You should know a little bit about the major kinds of contracts available to you (the client) so that you choose the one that creates the most fair and workable deal for you and the contractor. Some contracts are fixed price: no matter how much time or effort goes into them, the client always pay the same. In Figure 5-6 the cost to the client stays the same, but as more effort is exerted the profit to the contractor goes down. Some are cost reimbursable, also called cost plus. This is where the seller charges you for the cost of doing the work plus some fee or rate. Figure 5-7 illustrates this by showing that as efforts increase, costs to the client go up but the contractor’s profits stay the same. The third major kind of contract is time and materials. That’s where the client pays a rate for the time spent working on the project and also pays for all the materials used to do the work. As costs to the client go up, so does the profit for the contractor.

Fixed-Price Contracts

The fixed-price contract is a legal agreement between the project organization and an entity (person or company) to provide goods or services to the project at an agreed-on price. The contract usually details the quality of the goods or services, the timing needed to support the project, and the price for delivering goods or services. There are several variations of the fixed-price contract. For commodities and goods and services where the scope of work is very clear and not likely to change, the fixed-price contract offers a predictable cost. The responsibility for managing the work to meet the needs of the project is focused on the contractor. The project team tracks the quality and schedule progress to ensure the contractors will meet the project needs. The risks associated with fixed-price contracts are the costs associated with project change. If a change occurs on a project that requires a change order from the contractor, the price of the change is typically very high. Even when the price for changes is included in the original contract, changes on a fixed-price contract will create higher total project costs than other forms of contracts because the majority of the cost risk is transferred to the contractor, and most contractors will add a contingency to the contract to cover their additional risk.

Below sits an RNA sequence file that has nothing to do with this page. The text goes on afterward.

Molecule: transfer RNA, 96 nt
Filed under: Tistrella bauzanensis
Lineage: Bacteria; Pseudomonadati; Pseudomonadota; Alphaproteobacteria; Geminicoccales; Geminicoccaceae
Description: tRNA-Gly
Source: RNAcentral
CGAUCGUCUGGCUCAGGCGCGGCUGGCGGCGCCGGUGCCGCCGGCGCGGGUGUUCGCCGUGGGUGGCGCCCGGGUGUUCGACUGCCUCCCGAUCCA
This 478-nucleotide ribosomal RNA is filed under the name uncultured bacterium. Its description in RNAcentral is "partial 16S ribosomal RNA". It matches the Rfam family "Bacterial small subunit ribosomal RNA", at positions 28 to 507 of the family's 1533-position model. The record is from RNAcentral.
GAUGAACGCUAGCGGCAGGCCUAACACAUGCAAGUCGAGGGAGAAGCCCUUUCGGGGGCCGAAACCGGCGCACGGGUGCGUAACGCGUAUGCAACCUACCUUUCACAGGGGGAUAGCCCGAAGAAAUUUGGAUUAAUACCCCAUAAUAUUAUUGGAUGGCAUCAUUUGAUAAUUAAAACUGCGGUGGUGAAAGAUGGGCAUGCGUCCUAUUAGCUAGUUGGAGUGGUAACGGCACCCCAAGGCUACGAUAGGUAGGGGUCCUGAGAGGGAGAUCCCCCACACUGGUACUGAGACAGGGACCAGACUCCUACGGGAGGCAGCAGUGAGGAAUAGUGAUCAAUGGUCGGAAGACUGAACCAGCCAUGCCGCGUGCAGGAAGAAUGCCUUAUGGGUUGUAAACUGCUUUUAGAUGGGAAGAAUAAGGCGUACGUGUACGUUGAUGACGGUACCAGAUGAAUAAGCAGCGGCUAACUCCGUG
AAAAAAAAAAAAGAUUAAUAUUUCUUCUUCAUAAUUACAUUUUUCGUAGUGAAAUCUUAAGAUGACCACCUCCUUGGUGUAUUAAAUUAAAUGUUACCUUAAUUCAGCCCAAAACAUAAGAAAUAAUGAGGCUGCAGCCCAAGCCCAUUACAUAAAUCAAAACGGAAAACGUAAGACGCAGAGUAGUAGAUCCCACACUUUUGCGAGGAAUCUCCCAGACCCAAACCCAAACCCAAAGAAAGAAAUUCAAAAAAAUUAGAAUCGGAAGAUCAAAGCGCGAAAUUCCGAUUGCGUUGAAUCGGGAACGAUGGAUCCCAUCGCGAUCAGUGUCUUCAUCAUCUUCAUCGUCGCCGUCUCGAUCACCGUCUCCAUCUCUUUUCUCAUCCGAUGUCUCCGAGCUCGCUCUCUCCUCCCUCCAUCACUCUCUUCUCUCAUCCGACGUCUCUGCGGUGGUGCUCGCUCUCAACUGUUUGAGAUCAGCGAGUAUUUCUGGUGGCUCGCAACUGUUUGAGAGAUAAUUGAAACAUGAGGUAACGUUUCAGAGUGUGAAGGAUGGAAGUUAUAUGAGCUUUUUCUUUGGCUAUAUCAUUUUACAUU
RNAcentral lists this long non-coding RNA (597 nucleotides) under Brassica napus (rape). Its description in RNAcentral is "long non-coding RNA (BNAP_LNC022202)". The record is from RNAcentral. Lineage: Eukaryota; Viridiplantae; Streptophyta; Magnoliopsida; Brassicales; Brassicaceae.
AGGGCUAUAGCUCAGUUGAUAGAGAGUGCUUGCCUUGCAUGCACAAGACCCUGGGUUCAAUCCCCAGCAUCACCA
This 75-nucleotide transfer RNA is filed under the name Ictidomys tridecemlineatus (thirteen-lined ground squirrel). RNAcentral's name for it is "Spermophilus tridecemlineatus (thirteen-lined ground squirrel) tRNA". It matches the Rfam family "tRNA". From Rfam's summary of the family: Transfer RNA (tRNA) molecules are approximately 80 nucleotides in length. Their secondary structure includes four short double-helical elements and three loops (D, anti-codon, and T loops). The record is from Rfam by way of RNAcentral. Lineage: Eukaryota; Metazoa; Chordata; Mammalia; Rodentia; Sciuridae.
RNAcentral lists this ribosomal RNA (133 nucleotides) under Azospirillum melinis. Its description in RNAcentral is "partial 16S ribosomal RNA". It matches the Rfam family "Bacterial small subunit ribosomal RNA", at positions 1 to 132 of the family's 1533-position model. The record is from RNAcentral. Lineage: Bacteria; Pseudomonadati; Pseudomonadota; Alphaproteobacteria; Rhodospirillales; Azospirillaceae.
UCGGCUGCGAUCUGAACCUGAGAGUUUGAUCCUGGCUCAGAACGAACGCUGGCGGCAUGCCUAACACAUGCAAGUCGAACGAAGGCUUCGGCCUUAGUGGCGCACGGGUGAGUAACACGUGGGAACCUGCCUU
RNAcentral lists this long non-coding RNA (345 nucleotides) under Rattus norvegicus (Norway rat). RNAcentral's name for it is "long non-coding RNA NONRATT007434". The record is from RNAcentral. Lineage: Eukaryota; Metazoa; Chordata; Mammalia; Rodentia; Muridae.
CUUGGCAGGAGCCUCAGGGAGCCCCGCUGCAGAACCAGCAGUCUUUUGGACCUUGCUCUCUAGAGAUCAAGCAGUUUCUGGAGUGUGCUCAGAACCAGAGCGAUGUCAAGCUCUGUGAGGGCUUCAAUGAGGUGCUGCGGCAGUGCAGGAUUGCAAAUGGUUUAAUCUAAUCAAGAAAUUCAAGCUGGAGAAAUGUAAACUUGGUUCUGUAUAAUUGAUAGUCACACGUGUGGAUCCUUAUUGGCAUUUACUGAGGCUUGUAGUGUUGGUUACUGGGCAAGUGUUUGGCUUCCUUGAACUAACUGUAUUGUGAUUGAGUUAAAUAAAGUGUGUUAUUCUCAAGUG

Fixed-price contract
Figure 5‑6: A fixed-price contract the cost to the client is constant regardless of effort applied or delivery date.
Type Known Scope Share of Risk Incentive for Meeting Milestones Predictability of Cost
Fixed Total Cost Very High All Contractor Low Very High
Fixed Unit Price High Mostly Project Low High
Fixed Price with Incentive Fee High Mostly Project High Medium-High
Fixed Fee with Price Adjustment High Mostly Project Low Medium

Table of Fixed Price Contracts and Characteristics – PM for Instructional Designers by Wiley et al CC-BY-NC-SA

Fixed-price contracts require the availability of at least two or more suppliers that have the qualifications and performance histories that ensure the needs of the project can be met. The other requirement is a scope of work that is most likely not going to change. Developing a clear scope of work based on good information, creating a list of highly qualified bidders, and developing a clear contract that reflects that scope of work are critical aspects of a good fixed-priced contract.

Cost-plus contract
Figure 5‑7: In a cost-reimbursable or cost-plus contract, the contractor is guaranteed a fee, but the client’s costs can increase based on effort.

If the service provider is responsible for incorporating all costs, including profit, into the agreed-on price, it is a fixed-total-cost contract. The contractor assumes the risks for unexpected increases in labor and materials that are needed to provide the service or materials and, in the materials, and timeliness needed.